The closure of nursing homes that offer a smaller, homely setting is concerning, the report states. If it continues, this could impact on the choice of setting available to older people and their families in the future, and particularly so in non-urban locations.
The cost of developing a nursing home bed has a range of between €150,000 and €200,000 and this level of investment significantly reduces the potential for traditional ownership structures to prevail into the future. For this very reason, large specialist operators with significant capital capabilities are growing their market share in comparison to the owner-operator and voluntary cohorts.
BDO sees this trend continuing, as well as an ongoing reduction of nursing home beds in homes with less than 40 beds. Overall nursing homes are getting bigger, the investment required to develop them is larger and the smaller older homes are falling out of the sector. This is why there has been a 75 per cent increase in bed supply with only an 11 per cent increase in the number of nursing homes, the report adds.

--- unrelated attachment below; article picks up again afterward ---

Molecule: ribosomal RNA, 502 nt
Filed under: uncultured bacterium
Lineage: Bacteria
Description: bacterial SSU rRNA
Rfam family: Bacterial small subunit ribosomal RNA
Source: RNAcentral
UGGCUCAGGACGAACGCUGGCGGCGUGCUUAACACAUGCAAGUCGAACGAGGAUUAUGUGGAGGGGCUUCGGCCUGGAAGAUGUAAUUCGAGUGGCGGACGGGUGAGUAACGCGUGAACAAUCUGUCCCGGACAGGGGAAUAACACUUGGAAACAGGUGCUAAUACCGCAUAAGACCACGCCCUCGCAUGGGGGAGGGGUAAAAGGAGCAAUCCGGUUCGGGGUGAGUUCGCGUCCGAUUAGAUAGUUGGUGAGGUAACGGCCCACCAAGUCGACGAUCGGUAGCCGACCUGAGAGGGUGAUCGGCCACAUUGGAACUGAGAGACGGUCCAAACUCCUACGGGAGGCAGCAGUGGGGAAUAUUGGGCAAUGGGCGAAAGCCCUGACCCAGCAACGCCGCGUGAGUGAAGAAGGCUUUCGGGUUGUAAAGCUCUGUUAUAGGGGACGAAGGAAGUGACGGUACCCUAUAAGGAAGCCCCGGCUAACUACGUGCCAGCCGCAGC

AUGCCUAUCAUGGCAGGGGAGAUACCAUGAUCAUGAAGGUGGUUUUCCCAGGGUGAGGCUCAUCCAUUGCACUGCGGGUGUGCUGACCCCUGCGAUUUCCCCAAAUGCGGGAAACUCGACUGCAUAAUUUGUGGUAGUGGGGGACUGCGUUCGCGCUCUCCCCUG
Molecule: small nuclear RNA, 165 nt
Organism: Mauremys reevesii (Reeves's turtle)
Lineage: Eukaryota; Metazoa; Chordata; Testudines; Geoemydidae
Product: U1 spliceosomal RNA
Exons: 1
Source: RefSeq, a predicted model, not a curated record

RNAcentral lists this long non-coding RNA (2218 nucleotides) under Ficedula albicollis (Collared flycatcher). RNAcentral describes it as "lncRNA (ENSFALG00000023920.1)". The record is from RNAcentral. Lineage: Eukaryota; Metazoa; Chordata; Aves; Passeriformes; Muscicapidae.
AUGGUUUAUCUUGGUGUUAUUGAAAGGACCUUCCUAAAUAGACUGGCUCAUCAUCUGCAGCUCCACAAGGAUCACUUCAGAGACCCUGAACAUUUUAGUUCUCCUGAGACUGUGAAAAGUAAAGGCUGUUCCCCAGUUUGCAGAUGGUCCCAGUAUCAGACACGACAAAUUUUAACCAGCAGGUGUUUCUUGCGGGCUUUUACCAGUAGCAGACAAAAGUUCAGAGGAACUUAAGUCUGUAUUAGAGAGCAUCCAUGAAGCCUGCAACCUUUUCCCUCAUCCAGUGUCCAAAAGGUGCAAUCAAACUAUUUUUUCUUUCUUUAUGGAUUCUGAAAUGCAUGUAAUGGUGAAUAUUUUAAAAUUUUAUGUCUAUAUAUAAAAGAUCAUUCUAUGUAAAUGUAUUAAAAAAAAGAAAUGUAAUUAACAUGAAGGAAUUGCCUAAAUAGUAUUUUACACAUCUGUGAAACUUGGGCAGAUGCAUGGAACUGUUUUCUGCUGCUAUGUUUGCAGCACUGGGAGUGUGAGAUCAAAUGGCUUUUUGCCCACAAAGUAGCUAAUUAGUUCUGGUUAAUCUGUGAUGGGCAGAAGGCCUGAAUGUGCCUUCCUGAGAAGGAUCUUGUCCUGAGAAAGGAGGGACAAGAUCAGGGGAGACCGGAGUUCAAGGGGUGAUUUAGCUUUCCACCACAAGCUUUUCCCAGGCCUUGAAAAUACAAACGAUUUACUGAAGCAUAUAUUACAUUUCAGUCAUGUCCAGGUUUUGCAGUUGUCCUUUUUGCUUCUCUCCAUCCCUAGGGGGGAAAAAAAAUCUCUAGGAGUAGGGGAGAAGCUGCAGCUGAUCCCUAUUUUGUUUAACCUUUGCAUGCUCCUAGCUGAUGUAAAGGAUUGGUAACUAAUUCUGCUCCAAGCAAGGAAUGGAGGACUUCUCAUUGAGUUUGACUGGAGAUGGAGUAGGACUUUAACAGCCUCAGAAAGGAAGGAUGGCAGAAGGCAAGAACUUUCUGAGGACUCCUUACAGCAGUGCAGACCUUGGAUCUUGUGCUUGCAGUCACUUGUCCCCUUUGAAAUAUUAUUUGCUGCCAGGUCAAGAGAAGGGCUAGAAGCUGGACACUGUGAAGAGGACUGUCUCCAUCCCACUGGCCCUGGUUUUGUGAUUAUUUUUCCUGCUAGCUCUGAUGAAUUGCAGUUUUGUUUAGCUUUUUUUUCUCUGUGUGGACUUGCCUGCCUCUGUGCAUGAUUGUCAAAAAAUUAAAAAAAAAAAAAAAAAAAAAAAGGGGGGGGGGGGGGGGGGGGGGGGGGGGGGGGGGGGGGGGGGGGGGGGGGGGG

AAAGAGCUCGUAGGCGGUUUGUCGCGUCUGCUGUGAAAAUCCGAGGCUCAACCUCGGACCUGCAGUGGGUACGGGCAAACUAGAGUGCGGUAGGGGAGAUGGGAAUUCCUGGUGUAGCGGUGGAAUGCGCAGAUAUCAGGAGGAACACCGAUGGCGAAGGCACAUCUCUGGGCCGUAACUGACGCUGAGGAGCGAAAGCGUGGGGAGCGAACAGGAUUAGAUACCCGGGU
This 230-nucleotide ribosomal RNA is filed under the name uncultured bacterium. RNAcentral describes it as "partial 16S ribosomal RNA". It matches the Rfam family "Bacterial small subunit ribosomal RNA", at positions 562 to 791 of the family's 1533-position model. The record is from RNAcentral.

“A health and social emergency of gross magnitude will present if reform of the funding of nursing home care is not addressed as a priority,” said NHI CEO Tadhg Daly.
“State apathy around this specialised care cannot continue to persist. The State has acknowledged nursing home fees are not commensurate with the reality of costs incurred for people requiring the specialised, round-the-clock care provided by nursing homes. The shortcomings identified in the Fair Deal pricing mechanism with the review of the scheme six years ago have never been tackled. Successive Governments have turned a blind eye to this crisis in our health services. Covid 19 focussed attention on the nursing home sector and presents impetus to address the discriminatory practice that exists in the funding of nursing home residents under Fair Deal,” he added.